Best cycling apps for iPhone and Android
Cyclists have never been shy of embracing new technology, and there are now a whole host of useful cycling applications (apps) that have been designed to add an extra dimension to your riding.
Garmin’s Connect software provides a link between your mobile device and Garmin GPS device to share data. The connection can work both ways, with a compatible Garmin GPS able to display weather data and notifications on your handlebars. Data from the Garmin device goes into the mobile device, giving you a range of ways to display the numbers: charts, graphs, maps, etc. LiveTrack lets friends follow your progress online as you are riding, and you can compete in weekly challenges and wirelessly upload activities.
Rather than just tracking and logging your activities, Endomondo is designed to be your personal trainer and as such features ‘audio encouragement’ to motivate you during exercise, including how you are performing against pre-determined goals. As well as cycling and running, the app can also track around 40 other sports.
One of the most popular GPS cycling apps offers an array of handy ride logging functions which are then uploaded to your online Strava profile. The app keeps track of your ride stats as you travel, including speed, time and distance all the while tracking where you’ve been. At the end of your ride, you can view further stats such as calories burned and elevation ridden – plus whether you have set a new record on any of the numerous Strava segments.
This comprehensive fitness app utilises the GPS functions of Apple devices to create a host of statistics to help you log and improve your cycling performance. Records speed, time, distance and has an extensive array of workouts to follow, making it a virtual training partner. The app also includes built-in announcements, so that you don’t have to take your eyes off the road to know how you’re doing. Recorded data can be uploaded to Strava and other ride sharing websites.
Bike Gear Calculator
The slick-looking bicycle gear calculator from Matixsoft allows you to compare gear ratios on your bike to optimise your set-up. There are numerous variables that can be input, including tyre width, wheel size and crank length as well as the more obvious number of teeth on your chainset and cassette. It’s not an app for everyone – but the technically-minded will love its graphs and calculations.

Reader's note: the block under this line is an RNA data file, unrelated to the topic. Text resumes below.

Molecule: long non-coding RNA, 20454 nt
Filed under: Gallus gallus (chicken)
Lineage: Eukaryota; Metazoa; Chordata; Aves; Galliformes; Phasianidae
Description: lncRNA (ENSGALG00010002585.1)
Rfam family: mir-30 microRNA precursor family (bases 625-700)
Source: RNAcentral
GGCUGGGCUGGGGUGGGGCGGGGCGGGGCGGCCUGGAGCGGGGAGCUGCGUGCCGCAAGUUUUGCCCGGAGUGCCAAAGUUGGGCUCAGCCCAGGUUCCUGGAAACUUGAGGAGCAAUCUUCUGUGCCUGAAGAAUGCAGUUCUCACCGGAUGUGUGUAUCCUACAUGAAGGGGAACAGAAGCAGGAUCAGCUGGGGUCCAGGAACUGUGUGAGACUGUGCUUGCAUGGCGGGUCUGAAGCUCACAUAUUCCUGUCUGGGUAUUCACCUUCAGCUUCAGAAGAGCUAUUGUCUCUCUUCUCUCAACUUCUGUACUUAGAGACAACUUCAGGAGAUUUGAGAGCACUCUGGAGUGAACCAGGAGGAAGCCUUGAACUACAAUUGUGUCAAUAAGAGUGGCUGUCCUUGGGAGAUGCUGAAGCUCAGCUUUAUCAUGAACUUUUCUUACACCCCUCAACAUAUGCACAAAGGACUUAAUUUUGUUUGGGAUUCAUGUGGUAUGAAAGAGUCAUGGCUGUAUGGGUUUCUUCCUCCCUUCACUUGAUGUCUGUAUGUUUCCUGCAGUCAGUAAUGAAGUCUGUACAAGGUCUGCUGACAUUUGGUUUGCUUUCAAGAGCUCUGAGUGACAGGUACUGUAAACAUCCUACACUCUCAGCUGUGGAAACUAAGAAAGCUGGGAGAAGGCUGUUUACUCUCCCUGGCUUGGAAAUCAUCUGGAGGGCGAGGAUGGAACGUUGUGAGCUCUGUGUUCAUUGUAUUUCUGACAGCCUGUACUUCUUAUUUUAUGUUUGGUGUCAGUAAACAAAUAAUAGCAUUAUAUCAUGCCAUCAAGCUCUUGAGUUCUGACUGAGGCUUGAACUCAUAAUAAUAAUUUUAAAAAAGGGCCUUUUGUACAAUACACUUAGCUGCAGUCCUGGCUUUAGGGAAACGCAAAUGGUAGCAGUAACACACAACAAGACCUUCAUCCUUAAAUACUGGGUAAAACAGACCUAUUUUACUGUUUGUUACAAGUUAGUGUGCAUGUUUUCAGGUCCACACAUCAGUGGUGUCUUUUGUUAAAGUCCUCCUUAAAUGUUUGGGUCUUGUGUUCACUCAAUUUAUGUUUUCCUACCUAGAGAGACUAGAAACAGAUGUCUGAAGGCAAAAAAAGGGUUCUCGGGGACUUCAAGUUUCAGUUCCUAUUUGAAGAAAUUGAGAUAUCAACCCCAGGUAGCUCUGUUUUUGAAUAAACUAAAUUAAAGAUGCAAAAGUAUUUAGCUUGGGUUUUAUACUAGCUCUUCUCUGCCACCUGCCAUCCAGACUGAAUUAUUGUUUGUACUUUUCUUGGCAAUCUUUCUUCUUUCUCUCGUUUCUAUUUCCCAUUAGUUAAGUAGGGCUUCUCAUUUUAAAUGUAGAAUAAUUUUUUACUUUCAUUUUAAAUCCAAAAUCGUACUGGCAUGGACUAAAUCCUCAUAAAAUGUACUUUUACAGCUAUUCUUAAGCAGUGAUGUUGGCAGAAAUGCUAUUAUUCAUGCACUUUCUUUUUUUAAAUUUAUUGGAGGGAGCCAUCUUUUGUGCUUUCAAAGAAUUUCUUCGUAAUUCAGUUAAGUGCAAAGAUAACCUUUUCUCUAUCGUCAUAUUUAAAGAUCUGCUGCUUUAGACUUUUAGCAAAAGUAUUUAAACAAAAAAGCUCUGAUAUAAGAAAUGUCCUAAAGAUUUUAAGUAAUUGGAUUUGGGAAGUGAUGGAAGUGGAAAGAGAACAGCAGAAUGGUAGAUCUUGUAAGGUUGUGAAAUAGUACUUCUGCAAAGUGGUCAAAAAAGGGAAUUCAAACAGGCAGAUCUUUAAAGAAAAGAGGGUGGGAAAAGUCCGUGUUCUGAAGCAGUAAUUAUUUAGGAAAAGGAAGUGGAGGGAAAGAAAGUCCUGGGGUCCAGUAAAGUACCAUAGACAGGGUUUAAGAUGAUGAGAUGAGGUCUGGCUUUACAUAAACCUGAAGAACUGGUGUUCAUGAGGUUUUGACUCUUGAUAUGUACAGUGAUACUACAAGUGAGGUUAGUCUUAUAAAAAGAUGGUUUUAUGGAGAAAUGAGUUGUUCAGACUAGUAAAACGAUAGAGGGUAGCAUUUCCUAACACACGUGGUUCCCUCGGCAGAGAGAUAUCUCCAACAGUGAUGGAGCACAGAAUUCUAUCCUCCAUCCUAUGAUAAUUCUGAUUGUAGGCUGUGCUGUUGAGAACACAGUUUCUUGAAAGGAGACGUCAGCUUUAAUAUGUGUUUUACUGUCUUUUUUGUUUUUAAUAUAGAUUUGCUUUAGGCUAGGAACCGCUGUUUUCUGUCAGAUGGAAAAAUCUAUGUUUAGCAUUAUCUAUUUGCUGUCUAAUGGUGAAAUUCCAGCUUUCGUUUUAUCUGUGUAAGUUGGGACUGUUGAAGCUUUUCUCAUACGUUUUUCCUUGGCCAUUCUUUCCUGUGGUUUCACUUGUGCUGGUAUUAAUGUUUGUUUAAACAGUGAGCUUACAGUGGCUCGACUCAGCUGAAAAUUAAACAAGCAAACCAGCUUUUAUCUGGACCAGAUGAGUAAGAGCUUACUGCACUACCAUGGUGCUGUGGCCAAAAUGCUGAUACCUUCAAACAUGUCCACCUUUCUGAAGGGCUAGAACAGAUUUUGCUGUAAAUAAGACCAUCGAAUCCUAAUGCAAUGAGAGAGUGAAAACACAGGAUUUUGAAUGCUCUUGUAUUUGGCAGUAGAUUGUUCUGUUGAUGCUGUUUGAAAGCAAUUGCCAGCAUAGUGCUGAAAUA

Kinomap Trainer aims to add a new dimension to your home/turbo trainer workouts. The app connects to a compatible trainer and then you can ‘ride’ along with a video of a given route, with the trainer’s resistance varying according to the terrain. You can even add your own videos to the system if you record a route using a GPS-enable camera. You can ride with up to 10 people, and post your results to Facebook and ride-logging sites such as Strava.
Map My Ride
Map My Ride was one of the original ride-logging services, and despite fierce competition for space on your phone from the likes of Strava, it still offers a lot. The app records a host of data from your ride, including distance, speed, elevation and a detailed route. All of this can be uploaded to the Map My Ride site for detailed analysis and sharing with other users, if you wish. Like Strava, Map My Ride also includes timed sections, called Courses, where you can try and set the fastest time.
Planning your cycle route is made easy with CycleMaps, which uses a host of sources such as OpenCycleMaps and CycleStreets to plot the most direct and safest route for you and your bike. You can plot a simple A to B route, or include multiple stops or ‘via’ points. You can also tailor the routes it uses, so that if you fancy a slow, scenic ride it will find the right path, or a more direct, quicker route for fast commuting or training. Also available as an online mapping tool.
RiderState is a crowd-funded interactive game played by logging rides and seeing whether you have ‘conquered’ territories in your region. The more you ride in an area the more blocks on the map will belong to you. The app tracks your route in real-time on a map, and shows you the position of territories. The idea is to turn your bike riding and town/city into a boardgame, where you play against friends or rivals. It also logs all of your ride stats, such as speed and distance.